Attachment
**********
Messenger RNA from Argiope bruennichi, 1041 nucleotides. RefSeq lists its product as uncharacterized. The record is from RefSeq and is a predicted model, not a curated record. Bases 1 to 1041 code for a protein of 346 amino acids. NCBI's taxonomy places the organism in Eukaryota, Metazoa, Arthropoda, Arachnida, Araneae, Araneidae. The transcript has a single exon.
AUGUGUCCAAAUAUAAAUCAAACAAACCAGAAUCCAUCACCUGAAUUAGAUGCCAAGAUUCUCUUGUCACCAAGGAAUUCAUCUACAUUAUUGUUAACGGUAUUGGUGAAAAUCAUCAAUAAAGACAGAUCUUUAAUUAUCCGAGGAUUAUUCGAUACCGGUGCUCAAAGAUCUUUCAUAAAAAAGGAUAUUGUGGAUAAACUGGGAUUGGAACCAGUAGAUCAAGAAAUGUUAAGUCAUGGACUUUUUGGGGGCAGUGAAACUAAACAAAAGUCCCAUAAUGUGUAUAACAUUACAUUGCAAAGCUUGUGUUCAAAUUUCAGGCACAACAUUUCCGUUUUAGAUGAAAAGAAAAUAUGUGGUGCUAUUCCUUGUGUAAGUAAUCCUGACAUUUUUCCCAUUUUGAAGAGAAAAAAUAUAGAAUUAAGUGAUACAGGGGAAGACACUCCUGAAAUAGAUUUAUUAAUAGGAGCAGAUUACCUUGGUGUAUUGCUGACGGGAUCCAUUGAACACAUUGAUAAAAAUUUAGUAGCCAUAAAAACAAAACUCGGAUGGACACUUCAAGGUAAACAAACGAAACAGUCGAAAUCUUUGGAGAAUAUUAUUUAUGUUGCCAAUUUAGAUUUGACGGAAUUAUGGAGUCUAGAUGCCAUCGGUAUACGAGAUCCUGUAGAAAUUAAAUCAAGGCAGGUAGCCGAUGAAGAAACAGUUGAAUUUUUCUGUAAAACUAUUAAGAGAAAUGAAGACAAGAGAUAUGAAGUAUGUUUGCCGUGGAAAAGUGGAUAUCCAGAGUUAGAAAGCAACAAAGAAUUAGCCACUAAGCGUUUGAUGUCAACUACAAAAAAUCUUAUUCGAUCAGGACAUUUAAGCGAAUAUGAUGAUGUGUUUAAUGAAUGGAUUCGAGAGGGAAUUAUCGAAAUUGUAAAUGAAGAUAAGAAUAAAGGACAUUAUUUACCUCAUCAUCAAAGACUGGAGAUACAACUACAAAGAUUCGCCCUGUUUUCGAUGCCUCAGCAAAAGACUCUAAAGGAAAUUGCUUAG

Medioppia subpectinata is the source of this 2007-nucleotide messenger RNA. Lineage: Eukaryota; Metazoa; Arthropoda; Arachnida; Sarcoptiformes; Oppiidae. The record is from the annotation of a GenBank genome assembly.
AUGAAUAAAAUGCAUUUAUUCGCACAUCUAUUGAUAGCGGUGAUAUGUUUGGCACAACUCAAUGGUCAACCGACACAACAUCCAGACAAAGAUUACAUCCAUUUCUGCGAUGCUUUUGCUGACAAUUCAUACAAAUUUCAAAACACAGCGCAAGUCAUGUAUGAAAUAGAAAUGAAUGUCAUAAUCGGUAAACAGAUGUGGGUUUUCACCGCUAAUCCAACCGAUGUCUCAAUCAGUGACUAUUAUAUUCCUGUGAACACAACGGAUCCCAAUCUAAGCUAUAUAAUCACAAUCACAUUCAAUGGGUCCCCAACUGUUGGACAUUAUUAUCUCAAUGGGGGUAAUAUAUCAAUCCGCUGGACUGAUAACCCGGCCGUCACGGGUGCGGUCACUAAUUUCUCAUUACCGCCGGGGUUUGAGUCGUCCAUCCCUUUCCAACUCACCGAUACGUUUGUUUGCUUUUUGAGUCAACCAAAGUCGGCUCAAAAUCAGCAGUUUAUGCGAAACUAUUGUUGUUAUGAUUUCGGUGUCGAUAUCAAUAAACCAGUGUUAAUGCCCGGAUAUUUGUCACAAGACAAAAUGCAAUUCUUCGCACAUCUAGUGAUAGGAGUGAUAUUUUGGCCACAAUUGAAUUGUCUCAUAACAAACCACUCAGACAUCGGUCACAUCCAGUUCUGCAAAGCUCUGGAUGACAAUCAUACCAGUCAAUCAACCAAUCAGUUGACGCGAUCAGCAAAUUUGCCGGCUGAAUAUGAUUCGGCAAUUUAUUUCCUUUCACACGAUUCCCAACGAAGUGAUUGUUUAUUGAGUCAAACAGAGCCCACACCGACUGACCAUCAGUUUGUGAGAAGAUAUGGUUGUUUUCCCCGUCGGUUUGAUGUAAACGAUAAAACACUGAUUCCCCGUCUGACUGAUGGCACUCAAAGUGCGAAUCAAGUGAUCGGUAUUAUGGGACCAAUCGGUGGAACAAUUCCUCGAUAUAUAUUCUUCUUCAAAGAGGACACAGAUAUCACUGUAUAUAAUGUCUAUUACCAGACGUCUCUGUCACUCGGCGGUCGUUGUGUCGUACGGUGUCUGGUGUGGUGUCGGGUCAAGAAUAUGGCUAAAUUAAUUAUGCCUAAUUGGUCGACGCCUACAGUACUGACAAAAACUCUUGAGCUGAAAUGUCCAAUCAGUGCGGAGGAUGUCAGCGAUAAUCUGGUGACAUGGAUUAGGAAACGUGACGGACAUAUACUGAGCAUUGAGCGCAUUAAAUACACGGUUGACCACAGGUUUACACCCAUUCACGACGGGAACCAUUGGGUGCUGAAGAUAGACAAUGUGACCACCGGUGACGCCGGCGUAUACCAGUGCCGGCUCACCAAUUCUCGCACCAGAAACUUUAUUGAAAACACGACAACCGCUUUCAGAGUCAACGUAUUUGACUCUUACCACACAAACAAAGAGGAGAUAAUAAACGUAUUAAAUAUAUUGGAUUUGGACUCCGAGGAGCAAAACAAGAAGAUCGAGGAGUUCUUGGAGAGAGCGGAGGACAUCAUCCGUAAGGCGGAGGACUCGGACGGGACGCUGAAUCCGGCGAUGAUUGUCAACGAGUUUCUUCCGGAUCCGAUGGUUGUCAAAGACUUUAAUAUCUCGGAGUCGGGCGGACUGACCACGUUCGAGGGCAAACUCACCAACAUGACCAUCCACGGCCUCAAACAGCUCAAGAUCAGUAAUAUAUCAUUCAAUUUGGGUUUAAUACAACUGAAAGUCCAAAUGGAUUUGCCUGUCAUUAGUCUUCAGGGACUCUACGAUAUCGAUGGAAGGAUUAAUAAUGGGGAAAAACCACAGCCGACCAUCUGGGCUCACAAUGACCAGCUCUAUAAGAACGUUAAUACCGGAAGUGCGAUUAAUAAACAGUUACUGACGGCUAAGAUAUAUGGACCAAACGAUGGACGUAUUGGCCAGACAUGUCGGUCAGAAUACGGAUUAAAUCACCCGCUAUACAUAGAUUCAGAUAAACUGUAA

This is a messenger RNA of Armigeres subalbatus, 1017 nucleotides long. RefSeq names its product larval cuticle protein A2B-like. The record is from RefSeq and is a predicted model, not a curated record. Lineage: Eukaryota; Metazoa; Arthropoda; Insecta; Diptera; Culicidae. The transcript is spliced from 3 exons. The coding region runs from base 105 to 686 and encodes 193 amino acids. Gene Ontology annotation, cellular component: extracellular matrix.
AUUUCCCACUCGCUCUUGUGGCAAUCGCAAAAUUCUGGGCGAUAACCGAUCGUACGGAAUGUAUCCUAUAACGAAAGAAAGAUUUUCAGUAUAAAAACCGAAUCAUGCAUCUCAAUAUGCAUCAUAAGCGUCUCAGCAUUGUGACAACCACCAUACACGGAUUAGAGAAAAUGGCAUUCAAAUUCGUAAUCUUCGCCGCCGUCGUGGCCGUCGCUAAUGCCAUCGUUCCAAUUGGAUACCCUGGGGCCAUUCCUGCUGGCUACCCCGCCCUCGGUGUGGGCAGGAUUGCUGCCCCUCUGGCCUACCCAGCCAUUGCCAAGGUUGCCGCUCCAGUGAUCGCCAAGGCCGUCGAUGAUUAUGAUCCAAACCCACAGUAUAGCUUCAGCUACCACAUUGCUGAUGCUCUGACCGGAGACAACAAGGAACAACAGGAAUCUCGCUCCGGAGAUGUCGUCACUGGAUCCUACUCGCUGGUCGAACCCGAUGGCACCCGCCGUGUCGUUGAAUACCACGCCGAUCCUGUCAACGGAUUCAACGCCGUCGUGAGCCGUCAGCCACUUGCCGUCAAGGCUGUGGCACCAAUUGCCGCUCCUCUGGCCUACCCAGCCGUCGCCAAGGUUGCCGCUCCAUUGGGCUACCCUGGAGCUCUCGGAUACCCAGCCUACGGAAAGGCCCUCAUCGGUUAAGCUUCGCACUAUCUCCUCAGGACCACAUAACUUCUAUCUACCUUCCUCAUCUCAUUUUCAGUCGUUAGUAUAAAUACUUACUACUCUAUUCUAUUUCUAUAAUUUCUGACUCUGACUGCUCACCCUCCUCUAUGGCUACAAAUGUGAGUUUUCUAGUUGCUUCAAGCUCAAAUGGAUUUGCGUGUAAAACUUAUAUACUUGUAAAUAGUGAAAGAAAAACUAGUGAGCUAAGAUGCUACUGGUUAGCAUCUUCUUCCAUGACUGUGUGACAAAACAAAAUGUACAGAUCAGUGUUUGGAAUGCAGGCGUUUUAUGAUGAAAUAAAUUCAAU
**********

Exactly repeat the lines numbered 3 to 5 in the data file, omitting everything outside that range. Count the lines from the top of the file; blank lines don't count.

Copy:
Medioppia subpectinata is the source of this 2007-nucleotide messenger RNA. Lineage: Eukaryota; Metazoa; Arthropoda; Arachnida; Sarcoptiformes; Oppiidae. The record is from the annotation of a GenBank genome assembly.
AUGAAUAAAAUGCAUUUAUUCGCACAUCUAUUGAUAGCGGUGAUAUGUUUGGCACAACUCAAUGGUCAACCGACACAACAUCCAGACAAAGAUUACAUCCAUUUCUGCGAUGCUUUUGCUGACAAUUCAUACAAAUUUCAAAACACAGCGCAAGUCAUGUAUGAAAUAGAAAUGAAUGUCAUAAUCGGUAAACAGAUGUGGGUUUUCACCGCUAAUCCAACCGAUGUCUCAAUCAGUGACUAUUAUAUUCCUGUGAACACAACGGAUCCCAAUCUAAGCUAUAUAAUCACAAUCACAUUCAAUGGGUCCCCAACUGUUGGACAUUAUUAUCUCAAUGGGGGUAAUAUAUCAAUCCGCUGGACUGAUAACCCGGCCGUCACGGGUGCGGUCACUAAUUUCUCAUUACCGCCGGGGUUUGAGUCGUCCAUCCCUUUCCAACUCACCGAUACGUUUGUUUGCUUUUUGAGUCAACCAAAGUCGGCUCAAAAUCAGCAGUUUAUGCGAAACUAUUGUUGUUAUGAUUUCGGUGUCGAUAUCAAUAAACCAGUGUUAAUGCCCGGAUAUUUGUCACAAGACAAAAUGCAAUUCUUCGCACAUCUAGUGAUAGGAGUGAUAUUUUGGCCACAAUUGAAUUGUCUCAUAACAAACCACUCAGACAUCGGUCACAUCCAGUUCUGCAAAGCUCUGGAUGACAAUCAUACCAGUCAAUCAACCAAUCAGUUGACGCGAUCAGCAAAUUUGCCGGCUGAAUAUGAUUCGGCAAUUUAUUUCCUUUCACACGAUUCCCAACGAAGUGAUUGUUUAUUGAGUCAAACAGAGCCCACACCGACUGACCAUCAGUUUGUGAGAAGAUAUGGUUGUUUUCCCCGUCGGUUUGAUGUAAACGAUAAAACACUGAUUCCCCGUCUGACUGAUGGCACUCAAAGUGCGAAUCAAGUGAUCGGUAUUAUGGGACCAAUCGGUGGAACAAUUCCUCGAUAUAUAUUCUUCUUCAAAGAGGACACAGAUAUCACUGUAUAUAAUGUCUAUUACCAGACGUCUCUGUCACUCGGCGGUCGUUGUGUCGUACGGUGUCUGGUGUGGUGUCGGGUCAAGAAUAUGGCUAAAUUAAUUAUGCCUAAUUGGUCGACGCCUACAGUACUGACAAAAACUCUUGAGCUGAAAUGUCCAAUCAGUGCGGAGGAUGUCAGCGAUAAUCUGGUGACAUGGAUUAGGAAACGUGACGGACAUAUACUGAGCAUUGAGCGCAUUAAAUACACGGUUGACCACAGGUUUACACCCAUUCACGACGGGAACCAUUGGGUGCUGAAGAUAGACAAUGUGACCACCGGUGACGCCGGCGUAUACCAGUGCCGGCUCACCAAUUCUCGCACCAGAAACUUUAUUGAAAACACGACAACCGCUUUCAGAGUCAACGUAUUUGACUCUUACCACACAAACAAAGAGGAGAUAAUAAACGUAUUAAAUAUAUUGGAUUUGGACUCCGAGGAGCAAAACAAGAAGAUCGAGGAGUUCUUGGAGAGAGCGGAGGACAUCAUCCGUAAGGCGGAGGACUCGGACGGGACGCUGAAUCCGGCGAUGAUUGUCAACGAGUUUCUUCCGGAUCCGAUGGUUGUCAAAGACUUUAAUAUCUCGGAGUCGGGCGGACUGACCACGUUCGAGGGCAAACUCACCAACAUGACCAUCCACGGCCUCAAACAGCUCAAGAUCAGUAAUAUAUCAUUCAAUUUGGGUUUAAUACAACUGAAAGUCCAAAUGGAUUUGCCUGUCAUUAGUCUUCAGGGACUCUACGAUAUCGAUGGAAGGAUUAAUAAUGGGGAAAAACCACAGCCGACCAUCUGGGCUCACAAUGACCAGCUCUAUAAGAACGUUAAUACCGGAAGUGCGAUUAAUAAACAGUUACUGACGGCUAAGAUAUAUGGACCAAACGAUGGACGUAUUGGCCAGACAUGUCGGUCAGAAUACGGAUUAAAUCACCCGCUAUACAUAGAUUCAGAUAAACUGUAA

This is a messenger RNA of Armigeres subalbatus, 1017 nucleotides long. RefSeq names its product larval cuticle protein A2B-like. The record is from RefSeq and is a predicted model, not a curated record. Lineage: Eukaryota; Metazoa; Arthropoda; Insecta; Diptera; Culicidae. The transcript is spliced from 3 exons. The coding region runs from base 105 to 686 and encodes 193 amino acids. Gene Ontology annotation, cellular component: extracellular matrix.